Use this URL to cite or link to this record in EThOS:
Title: Logic with a literary twist : essays in common law reasoning
Author: Chan, Adrian Baihui
ISNI:       0000 0004 5921 3633
Awarding Body: King's College London
Current Institution: King's College London (University of London)
Date of Award: 2016
Availability of Full Text:
Access from EThOS:
Full text unavailable from EThOS. Restricted access.
Access from Institution:
What makes a good common law argument? Ronald Dworkin’s answer commands much respect within legal practice. To him, the correctness of a legal conclusion rests upon its capacity to fit within a narrative of normative progress that judges deliberately impose for the sake of (i) rendering overt the shared membership of discretely decided cases within a single determinate category (ii) depictive of moral attractiveness at its best. Yet, the inherent plausibility of Dworkin’s presentation of judicial reasoning has ironically resulted in the erosion of respect for the common law. If judicial narratives are imposed for aesthetic considerations, then legal conclusions must – per Kant – be mere idiosyncratic judicial desires that have the added quality of being objectively intelligible to other individuals who could nonetheless – owing to the absence of any criteria of norm correctness – justifiably disagree. If accurate, this characterization of legal decision-making would be anemic with modernity’s conviction that law is an entity inherently distinguishable from power because of the rationality – and therefore non-dogmatic nature – of its dictates. This thesis demonstrates – contra Dworkin – that judicial narratives go hand-in-hand with rationality. Judicial reasoning is thus of great importance to the aspirational goal of governance through law. As will be seen, only a constructed narrative renders possible the objective demonstrability (i) of the membership of discrete judicial decisions within the classificatory ambit of a specific norm and (ii) the legitimacy of that specific norm’s selection – from a set of countless other possibilities - via its evidential capacity to order those same discrete decisions tentatively asserted to be under its ambit into a coherent whole. Thus, because (i) the narrative is the methodological process by which a norm comes into agreement with its observed applications and (ii) truth is exactly this just-mentioned correspondence between intellect and reality, narrative construction is – quite properly – logic.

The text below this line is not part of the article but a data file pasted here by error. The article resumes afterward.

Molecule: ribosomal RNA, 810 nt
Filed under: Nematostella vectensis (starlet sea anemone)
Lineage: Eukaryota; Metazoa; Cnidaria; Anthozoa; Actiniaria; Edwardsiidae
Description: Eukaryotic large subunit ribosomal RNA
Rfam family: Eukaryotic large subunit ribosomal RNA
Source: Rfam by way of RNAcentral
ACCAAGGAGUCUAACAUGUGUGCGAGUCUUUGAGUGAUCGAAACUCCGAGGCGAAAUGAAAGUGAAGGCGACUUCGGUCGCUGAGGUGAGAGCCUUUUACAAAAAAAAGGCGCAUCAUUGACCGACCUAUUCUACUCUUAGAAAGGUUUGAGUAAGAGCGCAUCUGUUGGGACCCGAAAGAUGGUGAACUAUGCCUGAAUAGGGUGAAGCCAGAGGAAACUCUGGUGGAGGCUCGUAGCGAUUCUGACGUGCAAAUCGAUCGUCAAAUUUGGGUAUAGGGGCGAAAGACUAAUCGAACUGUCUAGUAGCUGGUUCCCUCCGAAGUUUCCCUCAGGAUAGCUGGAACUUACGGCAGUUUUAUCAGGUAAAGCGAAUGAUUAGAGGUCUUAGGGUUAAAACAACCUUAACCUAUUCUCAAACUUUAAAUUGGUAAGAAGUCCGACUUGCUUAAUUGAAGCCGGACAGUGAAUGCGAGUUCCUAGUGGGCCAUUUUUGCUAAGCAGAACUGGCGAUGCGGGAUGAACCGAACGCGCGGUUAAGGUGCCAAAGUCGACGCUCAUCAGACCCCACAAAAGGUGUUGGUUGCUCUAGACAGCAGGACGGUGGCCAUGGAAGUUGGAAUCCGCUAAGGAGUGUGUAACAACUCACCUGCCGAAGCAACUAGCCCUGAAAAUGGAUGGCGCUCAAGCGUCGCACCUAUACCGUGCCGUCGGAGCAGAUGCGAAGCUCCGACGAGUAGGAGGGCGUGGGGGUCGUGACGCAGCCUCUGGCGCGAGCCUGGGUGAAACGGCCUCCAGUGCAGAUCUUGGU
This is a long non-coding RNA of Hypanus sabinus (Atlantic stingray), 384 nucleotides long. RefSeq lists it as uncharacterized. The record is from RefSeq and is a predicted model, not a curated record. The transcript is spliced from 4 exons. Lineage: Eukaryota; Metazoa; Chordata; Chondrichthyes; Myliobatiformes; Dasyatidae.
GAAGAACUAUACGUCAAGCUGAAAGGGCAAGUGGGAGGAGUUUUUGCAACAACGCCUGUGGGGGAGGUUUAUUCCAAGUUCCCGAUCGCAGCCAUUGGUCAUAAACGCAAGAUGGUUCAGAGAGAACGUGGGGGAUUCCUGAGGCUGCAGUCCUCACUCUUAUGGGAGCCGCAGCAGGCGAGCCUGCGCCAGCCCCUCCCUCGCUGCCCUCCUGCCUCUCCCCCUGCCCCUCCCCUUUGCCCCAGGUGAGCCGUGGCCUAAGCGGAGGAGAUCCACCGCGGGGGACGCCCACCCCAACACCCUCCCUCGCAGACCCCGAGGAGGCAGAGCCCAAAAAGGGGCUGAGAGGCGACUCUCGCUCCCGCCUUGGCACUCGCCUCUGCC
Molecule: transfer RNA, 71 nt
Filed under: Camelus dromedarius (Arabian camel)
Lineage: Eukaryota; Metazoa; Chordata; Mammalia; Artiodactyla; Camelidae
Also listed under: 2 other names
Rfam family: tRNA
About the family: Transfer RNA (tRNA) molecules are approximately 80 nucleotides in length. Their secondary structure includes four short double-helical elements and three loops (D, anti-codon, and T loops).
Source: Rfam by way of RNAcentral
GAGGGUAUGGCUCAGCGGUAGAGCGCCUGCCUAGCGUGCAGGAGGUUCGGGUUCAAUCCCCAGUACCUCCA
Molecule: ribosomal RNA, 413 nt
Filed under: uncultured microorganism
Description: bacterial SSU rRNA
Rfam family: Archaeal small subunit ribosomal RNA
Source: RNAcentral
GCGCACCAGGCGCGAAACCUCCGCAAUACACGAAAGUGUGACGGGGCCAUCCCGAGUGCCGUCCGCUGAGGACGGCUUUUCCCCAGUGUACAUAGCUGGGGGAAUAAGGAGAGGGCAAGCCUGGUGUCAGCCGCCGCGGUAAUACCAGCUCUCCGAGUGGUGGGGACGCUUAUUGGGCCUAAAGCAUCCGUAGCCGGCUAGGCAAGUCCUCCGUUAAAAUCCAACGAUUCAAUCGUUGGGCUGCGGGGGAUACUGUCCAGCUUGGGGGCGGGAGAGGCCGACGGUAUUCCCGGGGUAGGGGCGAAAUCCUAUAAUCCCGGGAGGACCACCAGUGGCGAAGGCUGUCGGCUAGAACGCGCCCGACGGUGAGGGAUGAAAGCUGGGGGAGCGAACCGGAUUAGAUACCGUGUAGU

Supervisor: Kletzer, Christoph ; Murphy, Cian Christopher Sponsor: Not available
Qualification Name: Thesis (Ph.D.) Qualification Level: Doctoral
EThOS ID:  DOI: Not available
Keywords: Jurisprudence Law Philosophy Legal Reasoning Tort